PS 67-39 - Shifting nutrient availability along hillslopes across an elevational gradient in the Peruvian Andes

Friday, August 11, 2017
Exhibit Hall, Oregon Convention Center
K. Dana Chadwick, Department of Global Ecology, Carnegie Institution for Science, Lisa Patrick Bentley, Department of Biology, Sonoma State University, Rohnert Park, CA, Brian J. Enquist, Ecology and Evolutionary Biology, University of Arizona, Tucson, AZ, Van M. Savage, Department of Biomathematics, UCLA, Los Angeles, CA and Gregory P. Asner, Department of Global Ecology, Carnegie Institution for Science, Stanford, CA

Tropical forest ecosystem processes play an important role in global biogeochemical cycles, including the uptake and storage of carbon. However, these processes can be constrained by the supply of rock derived nutrients, including the base cations calcium, magnesium, and potassium. Available forms of these nutrients are held on cation exchange sites within soils, but can be lost from ecosystems through leaching and the chemical and physical weathering of soil minerals. However, they can also be replenished through erosion and the subsequent incorporation of less weathered material into the soil profile. The influence of these countervailing processes can vary across regions and within landscapes to dictate the availability of rock derived nutrients within the soil column. In this study we consider how the rock derived nutrient availability and the capacity of soils to retain them on the exchange column shifts across a basin-to-treeline elevation gradient in the Andes-Amazon region, and how hillslope processes interact to moderate these shifts at the scale of local landscapes. To address this question we sampled soils to one meter, along six hillslopes at each of three locations along an elevation gradient on the eastern slope of the Andes in southern Peru to examine how elevation, hillslope position, and soil depth influence rock derived nutrient availability across a landscape.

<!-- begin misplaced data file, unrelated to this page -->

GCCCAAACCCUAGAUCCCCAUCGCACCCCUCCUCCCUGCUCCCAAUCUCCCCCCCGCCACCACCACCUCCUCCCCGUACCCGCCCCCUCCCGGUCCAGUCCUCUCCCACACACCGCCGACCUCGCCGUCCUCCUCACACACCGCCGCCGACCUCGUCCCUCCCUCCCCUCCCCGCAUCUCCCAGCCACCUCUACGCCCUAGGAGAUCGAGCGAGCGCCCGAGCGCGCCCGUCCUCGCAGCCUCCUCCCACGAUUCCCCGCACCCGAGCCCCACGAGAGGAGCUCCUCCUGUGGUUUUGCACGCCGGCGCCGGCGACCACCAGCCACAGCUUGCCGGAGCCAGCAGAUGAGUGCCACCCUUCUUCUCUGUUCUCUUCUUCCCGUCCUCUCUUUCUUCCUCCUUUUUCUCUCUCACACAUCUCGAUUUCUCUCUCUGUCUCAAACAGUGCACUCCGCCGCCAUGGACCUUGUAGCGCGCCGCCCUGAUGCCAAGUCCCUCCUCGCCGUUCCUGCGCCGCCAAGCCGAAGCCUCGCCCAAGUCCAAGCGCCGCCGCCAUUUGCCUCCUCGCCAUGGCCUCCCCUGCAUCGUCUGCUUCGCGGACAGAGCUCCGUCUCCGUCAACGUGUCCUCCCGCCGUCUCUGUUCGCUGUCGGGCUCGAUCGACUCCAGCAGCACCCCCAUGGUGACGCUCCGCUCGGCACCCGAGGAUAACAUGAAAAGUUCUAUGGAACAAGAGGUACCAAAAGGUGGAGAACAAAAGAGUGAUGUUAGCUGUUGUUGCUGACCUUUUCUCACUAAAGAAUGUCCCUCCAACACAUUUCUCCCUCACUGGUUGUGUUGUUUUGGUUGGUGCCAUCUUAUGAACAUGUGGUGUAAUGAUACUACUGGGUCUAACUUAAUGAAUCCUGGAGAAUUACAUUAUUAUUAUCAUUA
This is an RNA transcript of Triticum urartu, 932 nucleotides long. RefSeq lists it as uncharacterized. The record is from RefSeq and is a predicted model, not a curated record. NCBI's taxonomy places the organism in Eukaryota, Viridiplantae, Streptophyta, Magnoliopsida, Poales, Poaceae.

We found a general decrease in surface-soil cation exchange capacity (ECEC) with decreasing elevation, while base saturation is highest at mid-elevations and lowest in low elevations across all soil depths. This pattern in base saturation is driven by high levels of available Ca at mid-elevation sites in all soil depths. This combination of high base saturation, mid range ECEC, and a high proportion of Ca at the mid-elevation site could be the combined effect of parent material and high erosion rates at this site. Hillslope variation in nutrient availability occurs primarily in subsurface soils. The CEC remains relatively constant along hillslopes at all elevations in surface soils, while it increases along low and mid elevation slopes in subsurface soils. In addition, the base saturation of subsurface soils increases along slopes at all elevations. These results indicate that hillslope processes vary based on local conditions at different elevations to control distributions of rock derived nutrients across landscapes, with implications for the distributions of ecosystem processes across the region.